Race has everything to do with it
This is not the time to avoid race or view it as a distraction. Nor is it the time to tinker with opportunity barriers. Rather, it is the time to transform American institutions
In reaction to several racially-focused matters recently in the news, the president and the press are making a mistake assuming that race is a distraction from problems such as the economy, health care, education, and housing.
All the “real” problems involve a serious racial aspect. Notably, if we had affordable housing in areas rich with opportunity, it would be less likely that non-whites would be concentrated in impoverished communities of color, where their education, employment and health care systems are compromised.
Although the recession has diminished the racial gap in unemployment, whites experiencing job loss for the first time, many of them older males, are just beginning to feel its effects on their ability to maintain their homes, their insurance, and their level of living. Communities of color have experienced this diminishing of life opportunities since their contact with whites. Under current conditions, black and Hispanic unemployment could reach as high as 18.2% and 13.1% respectively, in comparison to approximately 9% for whites, according to the Economic Policy Institute.
Because barriers to opportunity are real, we must resist the notion that we now live in a “post-racial” society. Rather, we can look at communities of color as “canaries in the coal mine,” a metaphor applied by Lani Guinier and Gerald Torres. These communities are the first to detect that there is toxicity in the air that harms all, although they are the hardest hit by it. The housing crisis, for example, originated in communities of color, through practices such as predatory lending, but has now spread to all sectors of society.
After the Great Depression the “New Deal” announced new opportunities for those who were hardest-hit. But nonwhites were largely excluded from taking advantage of those opportunities. For example, the “universal” program of social security benefited white males the most, and explicitly excluded coverage for domestic and agricultural workers. Similarly, the opportunity to purchase homes offered by the G.I. Bill only trickled down to a small percentage of nonwhites, impairing their ability to build up inter-generational equity.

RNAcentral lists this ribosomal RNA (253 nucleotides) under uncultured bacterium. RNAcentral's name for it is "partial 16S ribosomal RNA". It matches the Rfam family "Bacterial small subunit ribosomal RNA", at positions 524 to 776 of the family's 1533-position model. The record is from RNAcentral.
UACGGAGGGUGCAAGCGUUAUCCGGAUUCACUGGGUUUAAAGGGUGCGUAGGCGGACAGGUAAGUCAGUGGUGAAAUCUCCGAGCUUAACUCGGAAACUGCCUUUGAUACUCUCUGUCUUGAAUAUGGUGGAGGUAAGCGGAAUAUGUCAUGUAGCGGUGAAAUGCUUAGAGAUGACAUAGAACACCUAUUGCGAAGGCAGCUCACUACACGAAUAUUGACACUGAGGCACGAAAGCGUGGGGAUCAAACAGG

To recover from our current recession we must not make the same mistakes. Universal policies that are race-neutral will not address the multiple barriers that confront communities of color. Fair recovery, on the other hand, seeks to enhance opportunity for all, including older white males, while reducing the disparities between historically marginalized groups. The concept known as “targeted universalism” encourages policies that acknowledge that the nation’s “real” issues are always racialized, as well as universalized.
Unfortunately, our federal system often insulates itself from these types of democratizing demands by viewing them as less than crucial to social cohesion. As a result, whole areas of potential conflict remain non-racial.
But this is not the time to avoid race or view it as a distraction. Nor is it the time to tinker with opportunity barriers. Rather, it is the time to transform American institutions to provide affordable housing, excellent education, economic growth and accessible health care for all Americans, including marginalized communities. The result would not only equalize life chances, it would also reduce racial resentment and increase social cohesion.